Parametrizing NUnit Tests is a new feature introduced with version 2.5 and this feature can be really useful in a variety of scenarios, but when it is time to use Selenium this is a killer feature.
I’m not going to cover Selenium WebDriver component, but basically it allows to write tests that can drive a Browser to execute test against your web application. In this scenario a killer feature is being able to specify the list of the browsers to use in a way that is completely indipendent from your test.
Thanks to the ValueSourceAttribute obtaining this result is really simple. First of all I create a base class for the test that creates different Selenium Web Drivers based on a string specified as argument.
This is really trivial, and for this example I’m going to support only chrome and firefox. Then I create a json configuration file where I specify every parameter needed by Unit Tests.
Using an external json file to specify parameters for your Unit Test makes trivial passing those parameters for every runner (VS, TeamCity, GUI, command line runner).
This is a simple configuration file that contains only the list of the browsers I want to use. Remember to ask Visual Studio to copy this file in output folder when it changes.
I’ve choosen Json because it is easy to write and easy to parse. Now it is time to create my attribute based on ValueSourceAttribute; it will read the above configuration file and provide the list of the browsers I want to use.
Again, this is a simple and trivial class that simply looks for a testParameters.json in the test run directory and search for the Selenium.BrowserToTest array, that containing the list of the browser to use as test.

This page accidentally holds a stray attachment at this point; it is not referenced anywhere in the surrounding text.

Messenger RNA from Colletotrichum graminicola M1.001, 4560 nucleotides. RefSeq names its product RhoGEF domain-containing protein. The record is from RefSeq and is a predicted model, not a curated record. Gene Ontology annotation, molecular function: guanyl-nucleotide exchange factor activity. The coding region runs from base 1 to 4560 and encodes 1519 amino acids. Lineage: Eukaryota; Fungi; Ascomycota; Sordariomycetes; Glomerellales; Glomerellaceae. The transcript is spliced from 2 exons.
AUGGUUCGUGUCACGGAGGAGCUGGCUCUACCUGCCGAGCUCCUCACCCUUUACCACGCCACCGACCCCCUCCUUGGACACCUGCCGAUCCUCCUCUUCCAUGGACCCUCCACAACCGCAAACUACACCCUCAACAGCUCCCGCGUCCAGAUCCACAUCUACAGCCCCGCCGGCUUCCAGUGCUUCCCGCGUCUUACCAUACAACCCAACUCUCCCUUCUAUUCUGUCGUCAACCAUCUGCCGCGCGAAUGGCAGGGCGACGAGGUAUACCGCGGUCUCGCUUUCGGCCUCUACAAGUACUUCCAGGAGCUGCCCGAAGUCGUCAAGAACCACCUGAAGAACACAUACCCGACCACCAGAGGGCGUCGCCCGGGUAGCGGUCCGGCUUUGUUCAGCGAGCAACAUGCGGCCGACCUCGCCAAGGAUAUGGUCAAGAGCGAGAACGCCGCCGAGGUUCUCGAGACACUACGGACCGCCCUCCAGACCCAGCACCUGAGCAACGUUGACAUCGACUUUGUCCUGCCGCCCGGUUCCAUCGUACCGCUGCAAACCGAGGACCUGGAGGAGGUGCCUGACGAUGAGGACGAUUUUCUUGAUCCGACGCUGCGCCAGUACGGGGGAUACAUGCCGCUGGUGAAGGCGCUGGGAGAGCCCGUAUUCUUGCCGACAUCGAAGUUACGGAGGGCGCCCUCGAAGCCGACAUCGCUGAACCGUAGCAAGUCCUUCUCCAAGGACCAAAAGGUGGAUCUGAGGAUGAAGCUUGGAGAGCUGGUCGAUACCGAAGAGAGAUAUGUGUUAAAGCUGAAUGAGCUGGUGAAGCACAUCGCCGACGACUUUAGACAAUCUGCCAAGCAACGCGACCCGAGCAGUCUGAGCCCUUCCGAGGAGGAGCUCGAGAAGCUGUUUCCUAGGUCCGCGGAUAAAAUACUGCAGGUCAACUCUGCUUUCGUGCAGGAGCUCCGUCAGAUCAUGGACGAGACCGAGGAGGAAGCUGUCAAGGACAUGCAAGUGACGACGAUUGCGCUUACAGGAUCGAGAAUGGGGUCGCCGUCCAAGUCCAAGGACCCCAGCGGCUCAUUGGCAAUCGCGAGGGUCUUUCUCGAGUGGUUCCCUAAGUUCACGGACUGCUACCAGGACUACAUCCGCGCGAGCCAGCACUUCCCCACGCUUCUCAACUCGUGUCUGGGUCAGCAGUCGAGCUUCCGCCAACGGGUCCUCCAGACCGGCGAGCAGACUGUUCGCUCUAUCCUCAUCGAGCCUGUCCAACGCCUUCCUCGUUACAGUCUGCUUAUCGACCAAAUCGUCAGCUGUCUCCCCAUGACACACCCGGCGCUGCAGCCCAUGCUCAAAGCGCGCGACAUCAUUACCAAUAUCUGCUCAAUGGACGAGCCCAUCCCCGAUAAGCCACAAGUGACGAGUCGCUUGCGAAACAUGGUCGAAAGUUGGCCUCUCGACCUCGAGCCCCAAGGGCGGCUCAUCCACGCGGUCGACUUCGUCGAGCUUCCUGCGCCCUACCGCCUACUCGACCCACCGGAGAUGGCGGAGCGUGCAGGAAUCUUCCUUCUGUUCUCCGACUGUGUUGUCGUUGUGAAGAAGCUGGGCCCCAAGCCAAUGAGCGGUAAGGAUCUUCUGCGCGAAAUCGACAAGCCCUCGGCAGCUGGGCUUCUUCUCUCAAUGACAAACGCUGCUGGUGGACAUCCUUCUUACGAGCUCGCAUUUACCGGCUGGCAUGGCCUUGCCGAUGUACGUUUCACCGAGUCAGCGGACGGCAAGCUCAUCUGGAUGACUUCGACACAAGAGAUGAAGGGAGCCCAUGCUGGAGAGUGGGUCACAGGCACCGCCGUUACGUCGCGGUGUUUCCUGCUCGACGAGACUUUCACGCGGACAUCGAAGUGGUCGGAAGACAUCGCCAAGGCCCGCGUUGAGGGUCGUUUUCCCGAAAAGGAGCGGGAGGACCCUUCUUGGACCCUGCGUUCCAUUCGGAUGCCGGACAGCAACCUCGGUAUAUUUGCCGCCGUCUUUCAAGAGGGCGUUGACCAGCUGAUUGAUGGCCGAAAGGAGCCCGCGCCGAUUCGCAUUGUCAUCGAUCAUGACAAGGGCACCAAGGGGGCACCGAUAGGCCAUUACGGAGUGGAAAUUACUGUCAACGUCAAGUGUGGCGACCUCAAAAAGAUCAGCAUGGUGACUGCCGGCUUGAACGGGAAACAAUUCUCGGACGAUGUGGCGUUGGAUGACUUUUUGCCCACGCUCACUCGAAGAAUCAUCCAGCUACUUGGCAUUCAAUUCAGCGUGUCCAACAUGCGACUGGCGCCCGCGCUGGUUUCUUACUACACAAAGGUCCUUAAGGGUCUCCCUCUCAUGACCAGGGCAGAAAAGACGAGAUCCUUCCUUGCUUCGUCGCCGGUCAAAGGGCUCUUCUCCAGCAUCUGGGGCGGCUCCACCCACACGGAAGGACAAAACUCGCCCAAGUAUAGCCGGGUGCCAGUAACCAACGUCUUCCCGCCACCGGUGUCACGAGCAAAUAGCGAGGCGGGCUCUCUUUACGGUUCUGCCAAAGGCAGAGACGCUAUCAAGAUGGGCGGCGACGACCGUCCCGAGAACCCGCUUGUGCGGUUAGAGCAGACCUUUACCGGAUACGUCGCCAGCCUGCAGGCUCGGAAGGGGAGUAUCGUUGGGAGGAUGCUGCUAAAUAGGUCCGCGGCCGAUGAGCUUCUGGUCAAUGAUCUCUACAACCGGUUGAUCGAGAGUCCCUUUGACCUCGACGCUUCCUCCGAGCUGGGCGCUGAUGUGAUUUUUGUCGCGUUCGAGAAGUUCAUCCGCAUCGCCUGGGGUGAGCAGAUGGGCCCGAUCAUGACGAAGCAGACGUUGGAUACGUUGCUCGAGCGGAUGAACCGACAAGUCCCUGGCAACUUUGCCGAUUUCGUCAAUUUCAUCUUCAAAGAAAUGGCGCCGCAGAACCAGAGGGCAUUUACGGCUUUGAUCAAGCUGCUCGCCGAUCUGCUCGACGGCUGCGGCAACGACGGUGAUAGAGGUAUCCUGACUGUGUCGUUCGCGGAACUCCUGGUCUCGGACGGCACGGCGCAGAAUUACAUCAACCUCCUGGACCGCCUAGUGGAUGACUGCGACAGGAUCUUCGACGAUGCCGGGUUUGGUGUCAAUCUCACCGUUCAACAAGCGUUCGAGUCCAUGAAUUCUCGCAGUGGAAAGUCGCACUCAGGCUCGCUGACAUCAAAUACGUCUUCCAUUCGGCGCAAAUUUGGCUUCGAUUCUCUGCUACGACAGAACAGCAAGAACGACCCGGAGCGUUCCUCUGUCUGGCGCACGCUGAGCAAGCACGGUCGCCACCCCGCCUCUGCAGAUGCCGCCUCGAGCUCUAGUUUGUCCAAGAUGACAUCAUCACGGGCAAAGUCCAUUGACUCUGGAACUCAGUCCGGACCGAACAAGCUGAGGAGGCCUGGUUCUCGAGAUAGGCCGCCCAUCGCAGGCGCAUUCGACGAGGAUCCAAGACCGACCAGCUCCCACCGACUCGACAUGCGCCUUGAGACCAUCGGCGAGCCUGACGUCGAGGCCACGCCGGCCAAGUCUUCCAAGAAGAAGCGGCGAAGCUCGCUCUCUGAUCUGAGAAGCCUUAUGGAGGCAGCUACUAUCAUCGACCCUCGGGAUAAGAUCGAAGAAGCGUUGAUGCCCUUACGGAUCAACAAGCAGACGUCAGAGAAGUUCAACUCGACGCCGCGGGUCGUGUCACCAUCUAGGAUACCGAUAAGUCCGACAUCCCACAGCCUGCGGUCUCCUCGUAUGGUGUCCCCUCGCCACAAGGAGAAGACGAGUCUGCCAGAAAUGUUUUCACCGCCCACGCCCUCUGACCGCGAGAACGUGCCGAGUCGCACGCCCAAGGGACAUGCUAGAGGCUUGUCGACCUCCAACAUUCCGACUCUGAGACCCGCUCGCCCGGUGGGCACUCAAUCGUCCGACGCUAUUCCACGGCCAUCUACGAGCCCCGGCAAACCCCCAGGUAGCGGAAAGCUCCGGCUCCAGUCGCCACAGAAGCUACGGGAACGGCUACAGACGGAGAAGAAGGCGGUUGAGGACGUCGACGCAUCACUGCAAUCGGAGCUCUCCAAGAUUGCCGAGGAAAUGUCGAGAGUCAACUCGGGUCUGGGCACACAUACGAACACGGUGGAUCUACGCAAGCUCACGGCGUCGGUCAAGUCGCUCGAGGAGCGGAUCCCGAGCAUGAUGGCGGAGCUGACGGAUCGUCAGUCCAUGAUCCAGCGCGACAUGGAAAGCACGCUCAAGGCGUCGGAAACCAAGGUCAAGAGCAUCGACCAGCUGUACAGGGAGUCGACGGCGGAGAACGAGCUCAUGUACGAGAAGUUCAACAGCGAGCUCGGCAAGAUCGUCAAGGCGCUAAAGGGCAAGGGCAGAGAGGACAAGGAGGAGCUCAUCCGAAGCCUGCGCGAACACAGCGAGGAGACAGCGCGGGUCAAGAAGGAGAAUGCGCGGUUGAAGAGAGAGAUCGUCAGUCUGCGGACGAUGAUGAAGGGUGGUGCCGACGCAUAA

Thanks to ValueSourceAttribute we can drive and parametrize the test with a simple external file.
Thanks to those two classes, I can simply specify for each test the Browsers List I want to use.
Using BrowserList attribute I’m asking Nunit to create an instance of that attribute to get the list value to be bind to that specific parameter. For each value a different test is created. Now if I build my project I can verify from VS Test Runner that indeed I have three different test to run.
Figure 1: My test running with different versions of browsers
If I run the tests, as I’m expecting, the IE based test fails because I’ve not configured my test to use IE Driver.
Figure 2: Test output with Visual Studio Test Runner.
Now remove the IE from the list of Browsers to use in the testParameters.json and rebuild the solution. The IE version of the test now is disappeared from Test Runner.
Figure 3: Changing test configuration parameter and rebuilding will update test list
This technique does not depend on anyhthing, and can be used to run test with different configuration if you need (dev machine, different build machines, etc).
Thanks to this technique you can specify whitch browser to use with a simple configuration file and this is a killer feature if you are planning to run test during the build. You can simply modify your testParameters.json file before running the test in your Build to choose which browser to use, or disable completely selenium testing specifying an empty array.
Another option is keeping the list of browsers to use as a comma separated string stored in an Environment Variable, something like
With such a technique you can run the test and let the environment specify whitch browser are available to use for testing in that environment.